Over at 3D Print.com, there is an interesting article discussing the ethics of scanning and copying in this new age of 3D printing.
Oliver Laric, known for his “3D scanned prints of numerous works of art” has caused a controversy by creating “3D scans of seven columns from the Old Summer Palace in Beijing.” These columns have been housed in Norway, “after having been removed from China in the 1860s.”
The fact that these columns were removed from their cultural and ancestral home is troubling in and of itself, but luckily “the decision has been made to return the columns to China where they will reside in the collection of Peking University.”
However, as 3D Print.com goes on to say, “now that the columns are destined to be returned, the existence of scanned copies of them is seen by some as yet another attempt to steal them.”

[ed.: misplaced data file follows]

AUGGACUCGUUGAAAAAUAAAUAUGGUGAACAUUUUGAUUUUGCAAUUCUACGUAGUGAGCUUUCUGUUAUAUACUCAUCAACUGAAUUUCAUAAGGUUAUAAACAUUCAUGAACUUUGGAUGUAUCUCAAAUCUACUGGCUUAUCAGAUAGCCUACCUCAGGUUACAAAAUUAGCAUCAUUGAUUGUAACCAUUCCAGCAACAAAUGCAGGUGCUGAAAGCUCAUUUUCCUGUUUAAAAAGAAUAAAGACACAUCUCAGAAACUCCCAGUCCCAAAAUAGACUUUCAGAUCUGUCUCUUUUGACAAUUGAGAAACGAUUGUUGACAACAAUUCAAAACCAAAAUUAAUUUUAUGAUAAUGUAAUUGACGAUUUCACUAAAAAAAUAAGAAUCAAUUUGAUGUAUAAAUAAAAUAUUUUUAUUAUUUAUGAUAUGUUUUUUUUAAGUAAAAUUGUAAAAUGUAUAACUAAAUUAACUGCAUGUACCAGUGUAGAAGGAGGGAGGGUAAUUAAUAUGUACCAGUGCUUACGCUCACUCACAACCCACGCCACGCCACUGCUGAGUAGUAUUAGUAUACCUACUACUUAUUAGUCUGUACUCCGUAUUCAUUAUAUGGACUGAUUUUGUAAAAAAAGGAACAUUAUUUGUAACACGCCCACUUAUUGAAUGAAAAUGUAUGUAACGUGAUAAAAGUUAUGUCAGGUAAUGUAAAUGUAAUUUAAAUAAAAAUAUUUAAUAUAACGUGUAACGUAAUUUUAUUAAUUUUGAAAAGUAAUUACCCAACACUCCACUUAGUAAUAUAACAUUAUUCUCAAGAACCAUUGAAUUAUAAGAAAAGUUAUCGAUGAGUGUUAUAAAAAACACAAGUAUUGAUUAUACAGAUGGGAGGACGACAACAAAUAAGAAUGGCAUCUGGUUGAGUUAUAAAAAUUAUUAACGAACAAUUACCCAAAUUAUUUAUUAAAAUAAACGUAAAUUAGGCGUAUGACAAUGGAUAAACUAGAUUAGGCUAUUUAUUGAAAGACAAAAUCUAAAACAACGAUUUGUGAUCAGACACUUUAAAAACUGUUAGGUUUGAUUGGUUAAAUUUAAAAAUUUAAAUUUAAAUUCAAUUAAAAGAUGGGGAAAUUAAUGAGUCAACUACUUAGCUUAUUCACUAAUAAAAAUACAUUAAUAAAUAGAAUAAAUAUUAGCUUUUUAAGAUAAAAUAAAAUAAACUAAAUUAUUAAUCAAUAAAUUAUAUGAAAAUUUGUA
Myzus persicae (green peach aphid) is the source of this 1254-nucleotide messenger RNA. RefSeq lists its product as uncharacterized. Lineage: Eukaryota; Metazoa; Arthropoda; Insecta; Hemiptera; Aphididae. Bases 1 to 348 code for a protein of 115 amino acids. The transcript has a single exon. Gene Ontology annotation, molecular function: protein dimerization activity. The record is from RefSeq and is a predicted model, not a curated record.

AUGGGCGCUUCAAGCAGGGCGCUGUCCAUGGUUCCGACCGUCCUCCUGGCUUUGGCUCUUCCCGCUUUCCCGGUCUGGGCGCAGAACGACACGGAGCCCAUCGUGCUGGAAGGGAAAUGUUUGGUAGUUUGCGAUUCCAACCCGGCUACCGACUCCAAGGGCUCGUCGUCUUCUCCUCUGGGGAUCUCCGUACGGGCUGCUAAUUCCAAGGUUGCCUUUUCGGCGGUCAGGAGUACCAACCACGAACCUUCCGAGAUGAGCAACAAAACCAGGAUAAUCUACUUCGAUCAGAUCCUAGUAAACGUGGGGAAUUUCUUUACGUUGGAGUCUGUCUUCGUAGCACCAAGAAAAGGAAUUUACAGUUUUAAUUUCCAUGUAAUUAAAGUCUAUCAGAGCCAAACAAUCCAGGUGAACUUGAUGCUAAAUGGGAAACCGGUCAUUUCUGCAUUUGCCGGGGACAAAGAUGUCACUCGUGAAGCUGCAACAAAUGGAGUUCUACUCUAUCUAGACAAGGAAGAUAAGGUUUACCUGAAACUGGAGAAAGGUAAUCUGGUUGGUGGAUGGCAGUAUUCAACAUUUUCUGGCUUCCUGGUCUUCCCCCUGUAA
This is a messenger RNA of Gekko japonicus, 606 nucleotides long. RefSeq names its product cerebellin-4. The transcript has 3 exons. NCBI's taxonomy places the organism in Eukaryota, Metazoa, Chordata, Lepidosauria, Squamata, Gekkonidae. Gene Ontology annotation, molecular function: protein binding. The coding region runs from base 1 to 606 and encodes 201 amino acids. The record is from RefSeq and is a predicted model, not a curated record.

Laric argues that these scans expand “the…dialog of authenticity…the very nature of the digital world is one in which copies are continuously produced and the line between piracy, flattery, and imitation is still being defined.”
Laric’s copies are currently on display at the KODE Art Museum of Bergen “and he has elected to make the 3D scan files available as a free download from the web.” The fact that anyone with the right know-how and software can print these columns has “led to the concern over the impact on the cultural value of the original objects.”
Perhaps the most troubling thing of all “is that the decision to copy them and the act of dissemination was not performed by the Chinese people, but rather by a Western artist in the very location where they were so long held as loot. It may seem an insult to return the originals while simultaneously taking their form and making it infinitely reproducible….their reproduction is a fascinating added dimension to consider in the philosophy of cultural stewardship and theories of 3D creation.”
Photo and Quotes Courtesy of 3D Print.com